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Let us consider the function

$$f(x,y)= x + y^2 - \ln(x+y)$$

If you try to minimize it using Wolfram Alpha (http://www.wolframalpha.com/input/?i=minimize+x%2By%5E2-ln%28x%2By%29), it founds a local minimum at $(x,y)=(1/2,1/2)$, but it can't find a global minimum. But that local minimum should also be the global one, since the function is a convex one and the domain is convex.

Am I wrong or is Wolfram Alpha wrong?


Ok, thanks to everybody who answered or commented, but perhaps I was not clear when writing my question: I knew that $(1/2,1/2)$ is a local minimum, and, since the $f(x,y)=x+y^2-ln(x+y)$ is a convex function and the domain is $D=\{(x,y) \in \mathbb{R}^2 : x+y >0\}$, which is a convex subset of $\mathbb{R}^2$, then a well kwown result in convex optimization ensures that $(1/2,1/2)$ is also a global minimum. Then perhaps I should have written: "why does Wolfram Alpha says 'no global minima found' when I ask to minimize $f(x,y)$?"

As far as I can understand from your answers, that sentence from Wolfram Alpha means only that it is not able to find a global minimum, not that the global minimum does not exist, is this correct?

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  • $\begingroup$ Wolfram never claimed it wasn't a global minimum. Detecting local minima is generally much simpler than analyzing their global character, so Wolfram simply never bothered with the latter. $\endgroup$ – user7530 Dec 24 '14 at 2:04
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    $\begingroup$ It could be thinking, "Uh-oh, if $x+y$ is negative, then the function takes complex values, and there's no order on the complex numbers... better not say anything". Computer algebra systems are kind of stupid sometimes. $\endgroup$ – Milo Brandt Dec 24 '14 at 3:04
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The domain of $f$ is the set of pairs $(x,y)$ for which $r=x+y>0.$ Using $x=r-y$ our function can be expressed nicely in terms of separate functions of $r,y$ as $$(r-\ln r)+(y^2-y).$$ Using one variable calc, the min of the first bracketed term is $1$ (at $r=1$), while the min of the second is $-1/4$ (at $y=1/2$).

This shows your function satisfies $f \ge 1 -1/4=3/4.$ That this is actually the global minimum then follows since $f(1/2,1/2)=3/4.$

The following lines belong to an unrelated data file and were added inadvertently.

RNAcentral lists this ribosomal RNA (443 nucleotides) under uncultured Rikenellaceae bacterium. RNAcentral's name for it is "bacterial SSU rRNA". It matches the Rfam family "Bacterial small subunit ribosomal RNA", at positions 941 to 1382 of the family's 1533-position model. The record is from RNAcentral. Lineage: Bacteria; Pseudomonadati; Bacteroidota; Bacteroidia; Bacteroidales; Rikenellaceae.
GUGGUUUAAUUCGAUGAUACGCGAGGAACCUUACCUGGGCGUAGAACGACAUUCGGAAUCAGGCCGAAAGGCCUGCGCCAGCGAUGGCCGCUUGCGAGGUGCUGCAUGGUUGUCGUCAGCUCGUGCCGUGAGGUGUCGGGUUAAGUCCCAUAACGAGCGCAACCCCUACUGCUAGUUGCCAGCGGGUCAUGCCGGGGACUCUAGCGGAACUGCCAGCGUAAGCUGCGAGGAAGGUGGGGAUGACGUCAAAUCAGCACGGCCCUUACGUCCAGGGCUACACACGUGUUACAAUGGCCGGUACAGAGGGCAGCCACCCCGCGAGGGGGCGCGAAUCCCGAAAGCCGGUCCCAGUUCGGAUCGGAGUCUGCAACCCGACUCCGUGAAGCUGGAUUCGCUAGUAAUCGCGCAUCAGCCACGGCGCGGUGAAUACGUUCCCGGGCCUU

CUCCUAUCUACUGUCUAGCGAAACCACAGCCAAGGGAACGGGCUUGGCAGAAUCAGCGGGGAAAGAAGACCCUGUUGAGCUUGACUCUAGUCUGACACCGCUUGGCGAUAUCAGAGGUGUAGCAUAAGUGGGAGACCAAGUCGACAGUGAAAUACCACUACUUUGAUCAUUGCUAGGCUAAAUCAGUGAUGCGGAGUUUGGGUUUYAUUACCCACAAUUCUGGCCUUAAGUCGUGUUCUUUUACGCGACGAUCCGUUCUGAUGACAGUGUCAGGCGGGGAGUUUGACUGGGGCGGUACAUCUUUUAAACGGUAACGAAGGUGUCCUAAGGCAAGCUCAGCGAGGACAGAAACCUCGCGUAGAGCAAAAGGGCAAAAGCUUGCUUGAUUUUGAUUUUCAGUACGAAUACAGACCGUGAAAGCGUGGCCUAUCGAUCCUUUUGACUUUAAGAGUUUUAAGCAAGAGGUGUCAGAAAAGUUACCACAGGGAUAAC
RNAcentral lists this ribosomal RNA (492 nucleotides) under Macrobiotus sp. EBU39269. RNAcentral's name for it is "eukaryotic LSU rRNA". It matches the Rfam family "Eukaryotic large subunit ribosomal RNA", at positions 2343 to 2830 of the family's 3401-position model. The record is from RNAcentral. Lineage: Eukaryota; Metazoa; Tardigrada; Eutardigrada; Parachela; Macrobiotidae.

If Wolfram explicitly says no global minimum exists, that is incorrect. However in some cases a computer algebra system may not deal with implied domains well... [I just looked at Wolfram output you link to, and it only says there is a local min, not that there is not a global one.]

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Find the partial derivatives:

$$\frac{∂}{∂x}(f(x,y))=1-\frac{1}{x+y}\:\:\:\:(1)$$ and $$\frac{∂}{∂y}(f(x,y))=2y-\frac{1}{x+y}\:\:\:\:(2)$$

Set $(1)$ equal to $0$: $$0=1-\frac{1}{x+y}$$ $$\frac{1}{x+y}=1$$ $$x+y=1\:\:\:\:(3)$$

Set $(2)$ equal to $0$:

$$0=2y-\frac{1}{x+y}\:\:\:\:(4)$$

Put $(3)$ into $(4)$:

$$0=2y-\frac{1}{1}$$ $$y=\frac{1}{2}\:\:\:\:(5)$$

Put $(5)$ back into $(3)$:

$$x+\frac{1}{2}=1$$ $$x=\frac{1}{2}$$

So $(x,y) = (\frac{1}{2},\frac{1}{2})$ is our potential extremum. Now find our second partial derivatives, and perform the second derivative test for a function of two variables:

$$f_{xx} = \frac{1}{(x+y)^2}$$ $$f_{xy} = f_{yx}=\frac{1}{(x+y)^2}$$ $$f_{yy}= \frac{1}{(x+y)^2} + 2$$

And now the test:

$$D(x,y)=f_{xx}(x,y)f_{yy}(x,y)-(f_{xy}(x,y))^2$$

$$D(\frac{1}{2},\frac{1}{2})=(\frac{1}{(\frac{1}{2}+\frac{1}{2})^2})(\frac{1}{(\frac{1}{2}+\frac{1}{2})^2} + 2)+(\frac{1}{(\frac{1}{2}+\frac{1}{2})^2})^2$$

$$D(\frac{1}{2},\frac{1}{2})=4$$

Also note that:

$$f_{xx}(\frac{1}{2},\frac{1}{2})=\frac{1}{(\frac{1}{2}+\frac{1}{2})^2}=1$$

And so, we have $D(\frac{1}{2},\frac{1}{2})>0$ and $f_{xx}(\frac{1}{2},\frac{1}{2})>0$, so by the second derivative test for a function of two variables, we conclude that $(\frac{1}{2}, \frac{1}{2})$ is a local minimum, and the only extremum. As you stated in your question, this point must be a global minimum. WolframAlpha simply said it was a local minimum, and didn't say that it wasn't a global one:

enter image description here

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Let's look at the first order conditions:
$f_{x} = 1 - \frac{1}{x + y} = 0$
$f_{y} = 2y - \frac{1}{x + y} = 0$

So $\frac{1}{x + y} = 1$, which gives us $y = \frac{1}{2}$. It follows that $x = \frac{1}{2}$.

So Wolfram Alpha seems to be correct here. Note you should also verify that $(\frac{1}{2}, \frac{1}{2})$ is a minimum, but this is straight-forward to do.

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